Extreme Weather Events Will Be More Frequent In the Future: Climate Study
The Bulletin of the American Meteorological Society (BAMS) recently published a report revealing a substantial link between climate change and various global extreme weather events of 2017. Titled “Explaining Extreme Events of 2017: From a Climate Perspective,” the report offers 17 analyses that comprise: Droughts in the U.S. Northern Plains and East Asia; floods in South America, China, and Bangladesh; as well as severe heat waves in Europe, China, and the Tasman Sea near the Coast of Australia. Out of the analyses, 70 percent found human-caused climate change to be the determining factor of the event.
These extreme weather events are not new; BAMS highlighted the emergence of this trend beginning in 2016. However, the 2017 report, which examines extreme weather conditions in 10 countries, reveals that the frequency as well as severity of these events may be increasing each year.
Key findings include:
- “Climate change has made the chances of heatwaves in the Euro-Mediterranean region that are at least as hot as 2017’s three times more likely than they were in 1950. The chance of such a heatwave recurring is now 10 percent in any given year. […]
- Climate change made the 2017 Northern Great Plains drought 1.5 times more likely by shifting the balance between precipitation and evapo-transpiration of soil moisture. […]
- Extreme, 6-day pre-monsoon rainfall that inundated northeast Bangladesh was made up to 100 percent more likely by climate change.
- Climate change has made chances of the extreme rain that collapsed thousands of houses in southeastern China in June 2017 twice as likely.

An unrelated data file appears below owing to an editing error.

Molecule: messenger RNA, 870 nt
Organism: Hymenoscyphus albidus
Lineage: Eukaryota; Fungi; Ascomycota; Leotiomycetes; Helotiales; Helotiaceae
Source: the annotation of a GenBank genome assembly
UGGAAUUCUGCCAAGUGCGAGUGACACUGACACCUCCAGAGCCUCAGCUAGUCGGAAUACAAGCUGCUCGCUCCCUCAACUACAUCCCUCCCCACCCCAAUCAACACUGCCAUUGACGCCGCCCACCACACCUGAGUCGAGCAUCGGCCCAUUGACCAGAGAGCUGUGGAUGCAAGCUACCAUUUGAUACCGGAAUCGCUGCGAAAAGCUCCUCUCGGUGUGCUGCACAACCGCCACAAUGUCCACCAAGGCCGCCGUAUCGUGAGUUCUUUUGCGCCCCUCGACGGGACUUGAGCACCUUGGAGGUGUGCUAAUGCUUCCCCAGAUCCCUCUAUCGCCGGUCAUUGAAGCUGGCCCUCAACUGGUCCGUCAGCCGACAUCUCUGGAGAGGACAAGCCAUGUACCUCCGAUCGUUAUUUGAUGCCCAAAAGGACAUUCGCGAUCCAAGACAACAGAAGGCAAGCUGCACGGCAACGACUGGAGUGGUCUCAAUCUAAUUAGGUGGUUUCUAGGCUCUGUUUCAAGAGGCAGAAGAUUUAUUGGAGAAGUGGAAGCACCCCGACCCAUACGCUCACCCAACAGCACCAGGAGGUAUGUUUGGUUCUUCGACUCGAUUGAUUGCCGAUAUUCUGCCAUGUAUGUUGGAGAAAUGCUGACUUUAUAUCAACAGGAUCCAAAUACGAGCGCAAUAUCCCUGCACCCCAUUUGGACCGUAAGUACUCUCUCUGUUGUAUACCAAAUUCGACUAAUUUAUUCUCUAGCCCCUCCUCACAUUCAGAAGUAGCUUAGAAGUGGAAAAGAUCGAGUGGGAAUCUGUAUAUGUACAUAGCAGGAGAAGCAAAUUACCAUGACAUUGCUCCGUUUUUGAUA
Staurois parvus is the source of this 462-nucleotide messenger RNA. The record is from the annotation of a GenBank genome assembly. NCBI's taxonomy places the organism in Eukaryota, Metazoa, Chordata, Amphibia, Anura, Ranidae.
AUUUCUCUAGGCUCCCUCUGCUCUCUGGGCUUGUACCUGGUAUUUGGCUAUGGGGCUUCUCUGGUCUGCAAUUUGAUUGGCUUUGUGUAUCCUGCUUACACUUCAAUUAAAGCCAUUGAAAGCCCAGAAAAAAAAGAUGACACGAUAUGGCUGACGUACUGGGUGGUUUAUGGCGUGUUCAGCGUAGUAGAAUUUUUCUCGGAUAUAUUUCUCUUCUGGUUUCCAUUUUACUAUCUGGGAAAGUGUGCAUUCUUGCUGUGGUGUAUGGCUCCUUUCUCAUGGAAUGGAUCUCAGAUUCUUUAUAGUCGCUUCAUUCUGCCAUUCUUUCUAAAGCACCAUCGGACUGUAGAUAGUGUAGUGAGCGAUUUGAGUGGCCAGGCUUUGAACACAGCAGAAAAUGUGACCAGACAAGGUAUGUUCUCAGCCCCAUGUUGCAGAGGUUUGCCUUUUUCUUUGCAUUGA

- Peru’s flooding rains of March 2017 were influenced by a natural cycle of warm coastal waters, but human-caused climate change on top of that made such extremes at least 1.5 times more likely.
- Scientists found that the record sea surface temperatures in the Tasman Sea in 2017 and 2018 were virtually impossible without global warming.
- Extremely warm sea surface temperatures off the coast of Africa doubled the probability of 2017’s East Africa drought, which left more than 6 million people in Somalia facing food shortages.
- An analysis found the extreme ocean warmth could not have occurred in a pre-Industrial climate. Record-low Arctic sea ice due to climate change influenced record-breaking precipitation deficits across a large part of western Europe in December 2016.”
This seventh annual report goes further than previous years by providing insight on how all levels of society can act to manage the devastating effects of extreme weather events moving forward. The goal is to drive collaboration between climate scientists and policymakers in order to craft practical approaches to safeguard society from this pressing threat.
For more information on this issue, please visit the HSDL featured topics on climate change.
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